The Department of Agriculture, Water and the Environment, under Commonwealth legislation, is responsible for the effective collection, disbursement and administration of levies and charges on a range of rural commodities and products.

The department collects levies and charges on more than 70 commodities from over 7,000 collection agents including intermediaries and producers. These monies are then paid to the relevant R&D and marketing bodies, as well as to Animal Health Australia, Plant Health Australia and the National Residue Survey, to fund activities that benefit levy paying industries. To find out which commodities have a statutory levy or charge please visit the levy rates and commodity details page.

The department also distributes the government’s matching funds for R&D, as determined by the legislation.

To ensure that all levy payers contribute fairly to the funding of their own industry’s activities, the department conducts regular record inspections of levy payers to confirm levies and charges are being paid correctly.

The department recovers its costs under the government cost recovery guidelines. To view these visit the Australian Government Charging Framework page.


Levy recipient bodies are accountable to levy and charge payers and to the government. They have various legislative and governance requirements they must uphold, including holding annual general meetings, publishing annual reports, and maintaining strategic plans that identify their priorities.

The department reports annually to industry representative bodies and to levy and charge recipient bodies on its collection and administration activities.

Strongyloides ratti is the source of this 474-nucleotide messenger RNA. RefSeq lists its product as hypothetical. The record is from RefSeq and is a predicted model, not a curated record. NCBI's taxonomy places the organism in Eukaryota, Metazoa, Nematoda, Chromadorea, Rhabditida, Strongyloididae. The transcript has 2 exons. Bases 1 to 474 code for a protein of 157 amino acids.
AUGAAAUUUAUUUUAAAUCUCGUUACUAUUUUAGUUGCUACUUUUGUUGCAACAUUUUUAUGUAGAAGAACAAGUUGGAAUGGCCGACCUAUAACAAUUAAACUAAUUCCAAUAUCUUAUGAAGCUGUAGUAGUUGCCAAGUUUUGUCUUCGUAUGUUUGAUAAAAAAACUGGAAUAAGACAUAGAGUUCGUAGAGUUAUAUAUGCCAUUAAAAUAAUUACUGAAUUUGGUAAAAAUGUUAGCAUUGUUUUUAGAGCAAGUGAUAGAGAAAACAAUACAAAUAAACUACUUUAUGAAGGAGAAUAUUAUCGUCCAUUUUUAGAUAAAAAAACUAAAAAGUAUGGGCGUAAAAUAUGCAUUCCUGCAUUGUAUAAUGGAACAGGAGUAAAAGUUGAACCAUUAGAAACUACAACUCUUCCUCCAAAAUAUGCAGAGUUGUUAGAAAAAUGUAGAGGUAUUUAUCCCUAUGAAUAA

How are levies and charges used?

Activities funded by levies and charges include R&D, marketing , biosecurity activities such as plant and animal health programs, biosecurity emergency responses and residue testing for levy paying industries. For information on these activities, refer to the relevant recipient body’s website.

Who should keep records? Which records? How long should they keep them for?

Anyone who lodges returns to the department must keep records supporting the information they supplied in their returns and anyone who pays levy/export charge to an intermediary must keep information on those payments. They must keep these records for five (5) years and must make them available to departmental levies officers.

Are there any penalties for late payments or other offences?

If you pay your levy late, you will be penalised at the rate of 2% per month. This will compound on the total of the unpaid amounts, including any penalties you have already accrued, until you have paid the outstanding levy in full.

There are also penalties for other breaches of legislation. For more information, please contact your Department of Agriculture, Water and the Environment – Levies state office.

Giving false or misleading information is a serious offence.

Levies Online

The department has introduced the Levies Online system that allows levy payers to lodge their levy returns online as well as change account details and view previous returns and payments. On registration, online users receive a username and password to access web -based versions of the current levy forms. Submitting levy returns online helps to minimise the cost to industries of processing returns.

Find out more about Levies Online.

Note:If you have never paid a levy before, please contact the Department of Agriculture, Water and the Environment - Levies to register.

Last reviewed: 21 August 2020